For as long as he can remember, Robert Hartwell has always needed more than one creative outlet. The SMTD alumnus said he gravitated toward musical theatre because it would allow him to hone several skills, rather than focusing solely on singing, dancing, or acting.
After graduating with his musical theatre degree in 2009, Hartwell moved to New York with $200 and two credit cards, but without any acting jobs lined up. Although Broadway is notoriously competitive, Hartwell was confident in his education and his ability. Sure enough, he was soon landing roles in hit shows (Cinderella, Memphis, Nice Work If You Can Get It), and booking national tours, including Motown the Musical, in which he’s currently appearing. The show will take him to 25 cities between now and next July.
Despite this hectic “gypsy” lifestyle, Hartwell has found the time to add another talent to his list of accomplishments: interior designer.
During his run as an ensemble member in the original cast of Cinderella, Hartwell launched a web series on BroadwayWorld.com titled Broadway Quick Change (broadwayquickchange.com), in which Hartwell and a supporting team give “makeovers” to the dressing rooms of Broadway stars.
The show had its genesis at a Thanksgiving dinner at Hartwell’s home. “A castmate told me I should do interior design,” Hartwell said. “I have seven chandeliers in my apartment, and he said, ‘No one lives like this in New York!'”
Hartwell was intrigued by the idea because he’s “obsessed with fabulous spaces” and “glued to HGTV.” He decided to spice up the dressing room of his Cinderella producer with paint, a chaise lounge, and-naturally-a signature chandelier.
Today, Hartwell and his team of eight Broadway friends have designed 14 dressing rooms, making the behind-the-scenes spaces of New York’s theatre world-which are often surprisingly grim-a lot more dazzling. The lucky clients have included Carly Rae Jepsen (Cinderella), Kelli O’Hara (The King & I), Krystal Joy Brown (Motown), James Monroe Iglehart (Aladdin), and SMTD alumna Jenni Barber (Wicked). He’s also redesigned green rooms and the dressing room for Birdland, the legendary New York jazz venue, which was his favorite project to date.
In addition to conceiving of and implementing the design plan, Hartwell hosts each of the show’s short episodes. With his exuberant energy, abundant warmth, and endless smile, he nails the role, which calls on him to introduce the segment, interview the artist, consult with his team, shop for design elements, and ultimately orchestrate the all-important “reveal” before the episode close.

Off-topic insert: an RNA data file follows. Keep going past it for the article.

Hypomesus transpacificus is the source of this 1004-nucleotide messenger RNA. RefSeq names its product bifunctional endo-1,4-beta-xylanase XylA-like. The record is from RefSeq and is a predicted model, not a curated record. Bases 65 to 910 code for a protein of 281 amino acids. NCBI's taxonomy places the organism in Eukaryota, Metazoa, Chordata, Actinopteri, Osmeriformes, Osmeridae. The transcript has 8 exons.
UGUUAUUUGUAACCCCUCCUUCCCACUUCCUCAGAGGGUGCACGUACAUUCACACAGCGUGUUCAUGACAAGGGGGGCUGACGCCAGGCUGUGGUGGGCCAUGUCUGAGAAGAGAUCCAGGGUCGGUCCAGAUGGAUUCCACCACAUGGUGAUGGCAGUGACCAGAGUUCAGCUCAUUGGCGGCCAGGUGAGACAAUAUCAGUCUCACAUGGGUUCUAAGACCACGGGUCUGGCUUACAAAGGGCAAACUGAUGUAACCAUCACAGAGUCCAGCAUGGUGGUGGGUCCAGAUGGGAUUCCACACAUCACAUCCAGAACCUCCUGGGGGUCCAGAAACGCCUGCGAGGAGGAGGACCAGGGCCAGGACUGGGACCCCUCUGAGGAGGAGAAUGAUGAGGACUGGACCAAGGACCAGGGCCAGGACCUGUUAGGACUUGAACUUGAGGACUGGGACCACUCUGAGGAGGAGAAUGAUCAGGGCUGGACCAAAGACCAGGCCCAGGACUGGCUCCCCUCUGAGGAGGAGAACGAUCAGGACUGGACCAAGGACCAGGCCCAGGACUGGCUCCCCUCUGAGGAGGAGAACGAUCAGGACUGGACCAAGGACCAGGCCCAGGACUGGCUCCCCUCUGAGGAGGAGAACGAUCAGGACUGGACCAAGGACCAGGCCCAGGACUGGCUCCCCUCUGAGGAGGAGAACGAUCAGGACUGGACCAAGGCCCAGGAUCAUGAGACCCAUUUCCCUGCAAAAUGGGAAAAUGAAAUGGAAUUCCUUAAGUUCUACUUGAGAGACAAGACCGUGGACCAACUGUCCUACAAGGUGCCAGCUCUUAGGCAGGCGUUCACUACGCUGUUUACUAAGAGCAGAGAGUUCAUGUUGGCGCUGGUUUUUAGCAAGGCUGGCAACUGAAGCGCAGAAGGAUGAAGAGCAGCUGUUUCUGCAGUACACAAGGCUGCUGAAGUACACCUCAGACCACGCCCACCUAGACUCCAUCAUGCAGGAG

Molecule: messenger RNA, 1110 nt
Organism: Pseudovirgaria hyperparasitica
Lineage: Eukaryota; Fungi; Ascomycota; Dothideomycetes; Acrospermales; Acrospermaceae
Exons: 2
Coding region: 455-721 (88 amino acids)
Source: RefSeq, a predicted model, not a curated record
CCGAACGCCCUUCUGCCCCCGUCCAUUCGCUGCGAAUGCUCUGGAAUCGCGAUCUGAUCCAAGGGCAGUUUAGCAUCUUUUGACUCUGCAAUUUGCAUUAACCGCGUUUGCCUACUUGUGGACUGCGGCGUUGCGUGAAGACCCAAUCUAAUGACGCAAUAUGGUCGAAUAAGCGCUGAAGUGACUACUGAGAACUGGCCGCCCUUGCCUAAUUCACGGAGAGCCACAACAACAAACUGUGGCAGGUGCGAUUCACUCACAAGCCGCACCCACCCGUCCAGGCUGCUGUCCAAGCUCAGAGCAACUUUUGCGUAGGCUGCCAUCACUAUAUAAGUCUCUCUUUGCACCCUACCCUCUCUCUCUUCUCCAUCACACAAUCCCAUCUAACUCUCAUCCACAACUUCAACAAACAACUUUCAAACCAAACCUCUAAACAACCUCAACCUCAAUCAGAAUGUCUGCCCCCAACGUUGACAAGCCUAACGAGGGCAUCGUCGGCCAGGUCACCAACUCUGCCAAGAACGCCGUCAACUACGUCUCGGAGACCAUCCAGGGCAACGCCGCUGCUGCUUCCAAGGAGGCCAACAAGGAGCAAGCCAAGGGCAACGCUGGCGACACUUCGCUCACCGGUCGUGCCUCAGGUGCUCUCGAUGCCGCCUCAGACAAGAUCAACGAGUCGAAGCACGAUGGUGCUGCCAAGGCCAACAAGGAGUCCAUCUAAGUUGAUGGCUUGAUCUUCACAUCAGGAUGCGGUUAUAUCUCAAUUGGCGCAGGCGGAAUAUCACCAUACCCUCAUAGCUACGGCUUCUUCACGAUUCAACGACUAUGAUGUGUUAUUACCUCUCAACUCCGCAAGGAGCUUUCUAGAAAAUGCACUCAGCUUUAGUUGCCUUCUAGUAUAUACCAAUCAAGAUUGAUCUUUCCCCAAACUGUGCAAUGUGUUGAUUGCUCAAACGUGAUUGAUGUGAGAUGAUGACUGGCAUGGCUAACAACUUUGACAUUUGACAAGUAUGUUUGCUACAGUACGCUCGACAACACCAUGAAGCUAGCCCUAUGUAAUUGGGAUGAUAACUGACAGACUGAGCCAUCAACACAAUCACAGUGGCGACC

When looking to jazz up a space, Hartwell is careful to incorporate his client’s taste into his own vision. He’s not afraid to take the lead when clients haven’t defined their style, but says that “loads of personal touches” and “pieces with staying power” are key for a powerful transformation.
Due to his performance schedule, Hartwell designs most of the spaces virtually, but he loves to frequent local mom-and-pop shops as often as he can to find unique additions for the rooms.
“It’s a lot of work and crazy hours, but together we’re able to make magic happen,” he said. “It’s actually the perfect way to marry my two passions. Through this experience I learned that you don’t have to choose. You can absolutely have it all; you just have to get creative.”
Hartwell’s passion for musical theatre began at age seven, after attending a local community theatre production. He recognized musical theatre as a great way to express himself artistically. Attending U-M became a goal early on; he knew it would get him where he belonged: on Broadway.
“I was a transfer student, so I didn’t have four years, I had three. I wasn’t admitted after senior year of high school, and that made me want to work even harder; I had this burning desire to do whatever it took,” he said. “I hit the ground running and did absolutely everything because I was so excited to take full advantage of the opportunity.”
During his time at Michigan, Hartwell was cast in Tommy, 42nd Street, Big River, Good Boy, and Carousel. He also received the Willis Patterson Diversity Award for his efforts at making the program more inclusive for underrepresented students. This, he said, was a great honor because “there’s no greater gift than making something better for others.”
Hartwell considers the expertise and instruction from his SMTD professors and instructors the hallmark of his education. He singles out the opportunity to work with emeritus voice professor George Shirley, whom Hartwell cites as one of his biggest inspirations.
“You just feel this immense sense of pride to be accepted into this very prestigious institution, knowing that you’re in the company of so many talented people,” he said.
Hartwell believes his Michigan education has opened doors, and he continues to be inspired by the School’s legacy of successful alumni.
“People have high standards for SMTD grads because they know what we’re capable of, but you can’t rest on your laurels,” said Hartwell. “I have to uphold that standard, for myself and for others.”
While balancing his acting career and Broadway Quick Change may sound overwhelming, Hartwell said he’s happy with his packed schedule-but being organized definitely helps.
“The only way this lifestyle works is to fully commit to the craziness,” he said. “I literally walk off the plane and up to curtain for half-hour call. It’s such a thrill; what exhausts most people energizes me.”
When asked about the possibility of an interior design show on television, Hartwell said it’s all about finding the right project at the right time. For now, he’s content to make the stage a little bit brighter and backstage a little more fabulous, one meticulously scheduled week at a time.
By Stephanie Shenouda, a LSA senior studying English and political science.